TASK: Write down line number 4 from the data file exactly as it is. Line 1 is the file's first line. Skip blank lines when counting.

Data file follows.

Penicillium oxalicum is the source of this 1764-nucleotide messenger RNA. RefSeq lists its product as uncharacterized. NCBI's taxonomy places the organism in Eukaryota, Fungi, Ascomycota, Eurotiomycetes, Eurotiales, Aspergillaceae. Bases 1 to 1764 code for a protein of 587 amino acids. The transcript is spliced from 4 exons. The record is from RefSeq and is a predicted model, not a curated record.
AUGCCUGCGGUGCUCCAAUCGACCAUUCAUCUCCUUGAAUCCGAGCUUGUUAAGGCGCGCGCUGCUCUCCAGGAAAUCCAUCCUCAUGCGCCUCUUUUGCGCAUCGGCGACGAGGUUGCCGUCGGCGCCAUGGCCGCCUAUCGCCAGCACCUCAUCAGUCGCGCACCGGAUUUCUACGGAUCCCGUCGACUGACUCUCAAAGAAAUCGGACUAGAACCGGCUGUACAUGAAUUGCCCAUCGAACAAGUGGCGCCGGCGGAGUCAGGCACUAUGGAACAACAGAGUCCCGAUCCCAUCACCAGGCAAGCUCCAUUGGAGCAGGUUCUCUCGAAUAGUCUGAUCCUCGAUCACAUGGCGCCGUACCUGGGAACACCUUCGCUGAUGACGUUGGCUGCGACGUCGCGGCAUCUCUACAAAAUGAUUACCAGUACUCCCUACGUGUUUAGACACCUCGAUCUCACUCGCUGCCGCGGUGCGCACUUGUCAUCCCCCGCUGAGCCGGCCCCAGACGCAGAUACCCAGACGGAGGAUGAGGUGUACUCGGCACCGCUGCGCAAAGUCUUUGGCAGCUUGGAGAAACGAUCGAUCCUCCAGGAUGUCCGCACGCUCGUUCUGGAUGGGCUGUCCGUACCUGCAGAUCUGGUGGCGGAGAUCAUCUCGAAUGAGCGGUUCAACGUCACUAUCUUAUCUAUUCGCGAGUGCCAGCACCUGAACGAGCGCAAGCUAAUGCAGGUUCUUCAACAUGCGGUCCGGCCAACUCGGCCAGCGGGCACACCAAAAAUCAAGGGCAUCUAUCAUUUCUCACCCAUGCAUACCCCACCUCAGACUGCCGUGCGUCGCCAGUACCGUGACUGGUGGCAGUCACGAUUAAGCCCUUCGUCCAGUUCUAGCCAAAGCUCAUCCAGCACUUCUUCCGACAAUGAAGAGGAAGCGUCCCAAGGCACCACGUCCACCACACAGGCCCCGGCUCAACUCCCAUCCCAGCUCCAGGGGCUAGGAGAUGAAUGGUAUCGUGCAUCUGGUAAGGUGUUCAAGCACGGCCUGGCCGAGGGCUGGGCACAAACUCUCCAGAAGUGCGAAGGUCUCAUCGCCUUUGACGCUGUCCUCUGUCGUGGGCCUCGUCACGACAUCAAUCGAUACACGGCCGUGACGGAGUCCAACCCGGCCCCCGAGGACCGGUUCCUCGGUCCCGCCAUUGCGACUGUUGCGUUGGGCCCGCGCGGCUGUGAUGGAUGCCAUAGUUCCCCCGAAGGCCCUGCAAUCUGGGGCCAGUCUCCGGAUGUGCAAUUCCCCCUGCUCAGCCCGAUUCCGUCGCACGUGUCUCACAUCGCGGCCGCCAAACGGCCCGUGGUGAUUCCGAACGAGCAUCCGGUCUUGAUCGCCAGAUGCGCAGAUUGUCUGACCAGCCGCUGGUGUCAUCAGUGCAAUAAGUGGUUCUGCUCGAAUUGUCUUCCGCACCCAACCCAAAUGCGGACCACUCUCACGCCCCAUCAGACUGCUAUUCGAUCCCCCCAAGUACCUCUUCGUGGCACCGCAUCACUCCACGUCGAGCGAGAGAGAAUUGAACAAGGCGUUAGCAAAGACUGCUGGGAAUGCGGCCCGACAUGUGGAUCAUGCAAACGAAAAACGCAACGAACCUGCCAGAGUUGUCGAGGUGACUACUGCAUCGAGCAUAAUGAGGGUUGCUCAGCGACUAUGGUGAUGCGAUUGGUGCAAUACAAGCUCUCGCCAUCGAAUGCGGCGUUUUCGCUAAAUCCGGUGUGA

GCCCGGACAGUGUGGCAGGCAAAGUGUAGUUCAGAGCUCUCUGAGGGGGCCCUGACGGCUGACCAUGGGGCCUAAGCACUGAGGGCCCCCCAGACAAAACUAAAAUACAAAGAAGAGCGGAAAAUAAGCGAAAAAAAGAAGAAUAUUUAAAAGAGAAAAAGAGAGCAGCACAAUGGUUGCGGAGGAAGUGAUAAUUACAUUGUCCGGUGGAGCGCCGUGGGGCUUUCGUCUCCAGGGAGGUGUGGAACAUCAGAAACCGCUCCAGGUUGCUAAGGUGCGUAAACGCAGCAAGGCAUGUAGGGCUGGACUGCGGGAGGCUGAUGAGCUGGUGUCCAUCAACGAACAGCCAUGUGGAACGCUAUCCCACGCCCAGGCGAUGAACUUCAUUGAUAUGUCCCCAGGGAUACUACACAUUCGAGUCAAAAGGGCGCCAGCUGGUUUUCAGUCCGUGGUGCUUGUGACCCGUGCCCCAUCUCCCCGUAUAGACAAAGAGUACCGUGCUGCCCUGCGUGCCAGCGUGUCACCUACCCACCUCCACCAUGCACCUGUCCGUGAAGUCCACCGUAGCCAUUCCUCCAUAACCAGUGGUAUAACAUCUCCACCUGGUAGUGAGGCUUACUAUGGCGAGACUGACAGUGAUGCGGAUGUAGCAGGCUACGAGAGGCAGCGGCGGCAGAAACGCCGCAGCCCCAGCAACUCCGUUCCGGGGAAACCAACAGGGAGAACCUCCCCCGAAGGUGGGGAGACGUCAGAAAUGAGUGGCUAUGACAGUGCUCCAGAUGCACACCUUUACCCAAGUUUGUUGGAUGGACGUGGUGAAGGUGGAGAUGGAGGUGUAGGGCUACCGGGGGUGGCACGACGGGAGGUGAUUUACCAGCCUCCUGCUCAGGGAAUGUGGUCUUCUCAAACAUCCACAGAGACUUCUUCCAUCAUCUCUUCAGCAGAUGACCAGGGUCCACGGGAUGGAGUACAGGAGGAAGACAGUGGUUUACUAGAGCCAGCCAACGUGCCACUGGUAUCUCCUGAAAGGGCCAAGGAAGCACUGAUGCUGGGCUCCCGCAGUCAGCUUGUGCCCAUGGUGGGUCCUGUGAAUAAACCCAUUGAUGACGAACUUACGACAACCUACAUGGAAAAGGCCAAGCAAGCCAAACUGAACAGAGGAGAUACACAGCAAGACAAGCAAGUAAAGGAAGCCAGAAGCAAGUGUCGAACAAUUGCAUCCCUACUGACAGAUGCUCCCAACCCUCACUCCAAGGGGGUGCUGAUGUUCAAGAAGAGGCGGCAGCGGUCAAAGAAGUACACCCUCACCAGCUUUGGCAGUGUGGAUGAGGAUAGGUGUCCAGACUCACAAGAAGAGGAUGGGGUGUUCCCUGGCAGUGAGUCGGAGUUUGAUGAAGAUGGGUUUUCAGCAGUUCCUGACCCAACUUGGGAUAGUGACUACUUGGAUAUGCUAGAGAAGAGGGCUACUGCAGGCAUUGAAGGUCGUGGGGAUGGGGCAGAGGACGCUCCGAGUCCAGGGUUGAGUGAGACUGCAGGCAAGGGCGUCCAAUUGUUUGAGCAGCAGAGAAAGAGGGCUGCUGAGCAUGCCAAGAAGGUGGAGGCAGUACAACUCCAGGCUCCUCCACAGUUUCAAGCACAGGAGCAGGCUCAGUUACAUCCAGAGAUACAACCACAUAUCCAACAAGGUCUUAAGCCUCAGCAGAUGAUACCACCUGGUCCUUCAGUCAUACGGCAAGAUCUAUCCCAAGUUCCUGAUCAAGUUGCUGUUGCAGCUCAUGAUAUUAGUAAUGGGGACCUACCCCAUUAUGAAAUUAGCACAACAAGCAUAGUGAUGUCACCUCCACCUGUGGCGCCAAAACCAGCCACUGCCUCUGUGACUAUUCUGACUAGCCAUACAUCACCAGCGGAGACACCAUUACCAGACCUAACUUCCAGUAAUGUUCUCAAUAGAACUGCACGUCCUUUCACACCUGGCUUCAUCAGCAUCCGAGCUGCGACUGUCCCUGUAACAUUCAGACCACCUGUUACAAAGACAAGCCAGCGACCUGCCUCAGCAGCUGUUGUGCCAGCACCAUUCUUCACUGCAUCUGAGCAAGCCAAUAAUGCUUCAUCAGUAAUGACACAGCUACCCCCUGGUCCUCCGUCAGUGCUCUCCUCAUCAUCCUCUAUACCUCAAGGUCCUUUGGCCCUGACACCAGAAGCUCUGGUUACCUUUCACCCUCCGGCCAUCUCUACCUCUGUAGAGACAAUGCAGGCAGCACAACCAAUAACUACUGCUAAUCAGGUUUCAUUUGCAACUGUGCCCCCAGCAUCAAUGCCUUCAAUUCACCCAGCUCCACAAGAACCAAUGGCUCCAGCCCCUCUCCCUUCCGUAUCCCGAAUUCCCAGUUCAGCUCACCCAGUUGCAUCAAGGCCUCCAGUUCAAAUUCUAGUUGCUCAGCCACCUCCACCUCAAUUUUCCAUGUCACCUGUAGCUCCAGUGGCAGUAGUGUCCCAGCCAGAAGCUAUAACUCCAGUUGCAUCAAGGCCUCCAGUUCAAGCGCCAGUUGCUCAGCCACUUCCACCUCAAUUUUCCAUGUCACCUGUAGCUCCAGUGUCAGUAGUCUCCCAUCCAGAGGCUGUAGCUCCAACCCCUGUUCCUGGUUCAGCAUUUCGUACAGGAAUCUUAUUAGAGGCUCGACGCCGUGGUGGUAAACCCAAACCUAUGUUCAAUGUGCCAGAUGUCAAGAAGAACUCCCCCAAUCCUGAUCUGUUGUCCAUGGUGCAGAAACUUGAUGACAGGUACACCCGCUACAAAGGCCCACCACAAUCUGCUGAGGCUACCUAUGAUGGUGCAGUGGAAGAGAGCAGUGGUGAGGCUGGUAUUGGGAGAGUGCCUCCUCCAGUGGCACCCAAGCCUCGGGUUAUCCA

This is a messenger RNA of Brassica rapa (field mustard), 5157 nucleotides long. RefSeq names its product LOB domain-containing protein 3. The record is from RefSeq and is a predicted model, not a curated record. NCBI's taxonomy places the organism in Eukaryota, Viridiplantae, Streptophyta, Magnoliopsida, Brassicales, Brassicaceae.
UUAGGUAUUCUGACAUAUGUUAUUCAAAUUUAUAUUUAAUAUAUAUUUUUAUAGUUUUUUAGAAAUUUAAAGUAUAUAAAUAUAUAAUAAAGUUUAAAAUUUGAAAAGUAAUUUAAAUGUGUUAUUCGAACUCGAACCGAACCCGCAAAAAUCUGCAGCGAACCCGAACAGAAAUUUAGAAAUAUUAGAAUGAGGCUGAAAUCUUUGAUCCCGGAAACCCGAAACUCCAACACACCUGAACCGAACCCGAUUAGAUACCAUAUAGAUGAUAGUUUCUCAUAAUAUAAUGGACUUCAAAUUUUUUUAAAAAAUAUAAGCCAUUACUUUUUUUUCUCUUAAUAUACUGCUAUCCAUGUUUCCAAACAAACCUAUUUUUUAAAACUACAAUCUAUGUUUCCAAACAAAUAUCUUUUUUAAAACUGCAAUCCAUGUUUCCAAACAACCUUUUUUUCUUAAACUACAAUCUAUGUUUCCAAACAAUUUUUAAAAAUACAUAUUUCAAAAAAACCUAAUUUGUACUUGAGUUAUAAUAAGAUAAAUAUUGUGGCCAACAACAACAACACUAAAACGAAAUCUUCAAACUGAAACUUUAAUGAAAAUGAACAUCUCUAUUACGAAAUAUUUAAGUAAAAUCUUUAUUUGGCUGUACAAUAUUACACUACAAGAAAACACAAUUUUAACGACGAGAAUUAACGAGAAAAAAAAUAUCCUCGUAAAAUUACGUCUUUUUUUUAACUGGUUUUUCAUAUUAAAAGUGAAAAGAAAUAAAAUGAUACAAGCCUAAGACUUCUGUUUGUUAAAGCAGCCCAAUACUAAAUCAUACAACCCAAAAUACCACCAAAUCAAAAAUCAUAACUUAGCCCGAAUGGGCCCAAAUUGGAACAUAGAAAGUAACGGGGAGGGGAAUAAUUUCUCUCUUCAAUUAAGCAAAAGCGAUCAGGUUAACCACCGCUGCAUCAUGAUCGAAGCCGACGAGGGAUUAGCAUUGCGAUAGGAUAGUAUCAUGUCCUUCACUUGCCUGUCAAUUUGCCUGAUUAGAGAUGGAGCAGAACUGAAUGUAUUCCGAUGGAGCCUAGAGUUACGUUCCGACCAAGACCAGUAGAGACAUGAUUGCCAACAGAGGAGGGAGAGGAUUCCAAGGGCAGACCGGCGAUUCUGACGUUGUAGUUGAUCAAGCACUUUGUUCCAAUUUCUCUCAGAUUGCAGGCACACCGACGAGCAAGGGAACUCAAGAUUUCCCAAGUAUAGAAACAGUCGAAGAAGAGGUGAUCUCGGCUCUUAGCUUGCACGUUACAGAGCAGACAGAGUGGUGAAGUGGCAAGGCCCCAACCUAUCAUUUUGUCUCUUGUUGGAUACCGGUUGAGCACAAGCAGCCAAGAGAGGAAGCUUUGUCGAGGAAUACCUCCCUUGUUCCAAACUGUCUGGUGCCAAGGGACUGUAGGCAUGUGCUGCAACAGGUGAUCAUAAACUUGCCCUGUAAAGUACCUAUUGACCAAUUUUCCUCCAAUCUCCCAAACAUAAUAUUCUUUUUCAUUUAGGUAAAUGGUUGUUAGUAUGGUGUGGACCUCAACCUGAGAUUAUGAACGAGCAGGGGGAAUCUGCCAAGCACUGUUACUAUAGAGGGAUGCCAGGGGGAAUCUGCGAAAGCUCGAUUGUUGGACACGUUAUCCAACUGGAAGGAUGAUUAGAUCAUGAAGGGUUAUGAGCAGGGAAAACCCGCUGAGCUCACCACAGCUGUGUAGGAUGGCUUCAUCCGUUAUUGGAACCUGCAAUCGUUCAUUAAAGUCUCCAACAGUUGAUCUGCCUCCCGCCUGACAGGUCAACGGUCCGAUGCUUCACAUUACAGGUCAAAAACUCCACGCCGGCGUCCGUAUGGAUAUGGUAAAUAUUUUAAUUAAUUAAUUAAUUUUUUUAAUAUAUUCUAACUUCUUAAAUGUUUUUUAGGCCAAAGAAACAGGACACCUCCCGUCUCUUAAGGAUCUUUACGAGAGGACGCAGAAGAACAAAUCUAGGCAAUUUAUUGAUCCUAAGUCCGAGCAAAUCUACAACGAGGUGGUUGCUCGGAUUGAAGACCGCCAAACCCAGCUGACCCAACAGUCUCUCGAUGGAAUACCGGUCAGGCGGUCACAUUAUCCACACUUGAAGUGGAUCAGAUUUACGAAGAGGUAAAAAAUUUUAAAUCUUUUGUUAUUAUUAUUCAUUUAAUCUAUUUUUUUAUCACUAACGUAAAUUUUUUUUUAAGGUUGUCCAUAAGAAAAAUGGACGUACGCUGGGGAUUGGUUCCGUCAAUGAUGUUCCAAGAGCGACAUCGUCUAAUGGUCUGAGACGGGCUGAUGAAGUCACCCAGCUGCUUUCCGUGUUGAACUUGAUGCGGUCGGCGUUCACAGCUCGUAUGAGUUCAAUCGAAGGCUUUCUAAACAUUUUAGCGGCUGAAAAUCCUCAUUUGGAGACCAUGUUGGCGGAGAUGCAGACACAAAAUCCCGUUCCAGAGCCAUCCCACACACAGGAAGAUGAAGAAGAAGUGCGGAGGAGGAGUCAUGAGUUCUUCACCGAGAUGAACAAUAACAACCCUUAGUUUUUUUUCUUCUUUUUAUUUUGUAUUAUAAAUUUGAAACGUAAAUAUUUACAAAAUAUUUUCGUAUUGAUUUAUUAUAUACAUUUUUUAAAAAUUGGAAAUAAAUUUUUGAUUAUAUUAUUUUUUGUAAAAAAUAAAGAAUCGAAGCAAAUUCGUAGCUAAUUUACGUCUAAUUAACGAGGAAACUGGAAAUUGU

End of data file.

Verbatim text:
This is a messenger RNA of Brassica rapa (field mustard), 5157 nucleotides long. RefSeq names its product LOB domain-containing protein 3. The record is from RefSeq and is a predicted model, not a curated record. NCBI's taxonomy places the organism in Eukaryota, Viridiplantae, Streptophyta, Magnoliopsida, Brassicales, Brassicaceae.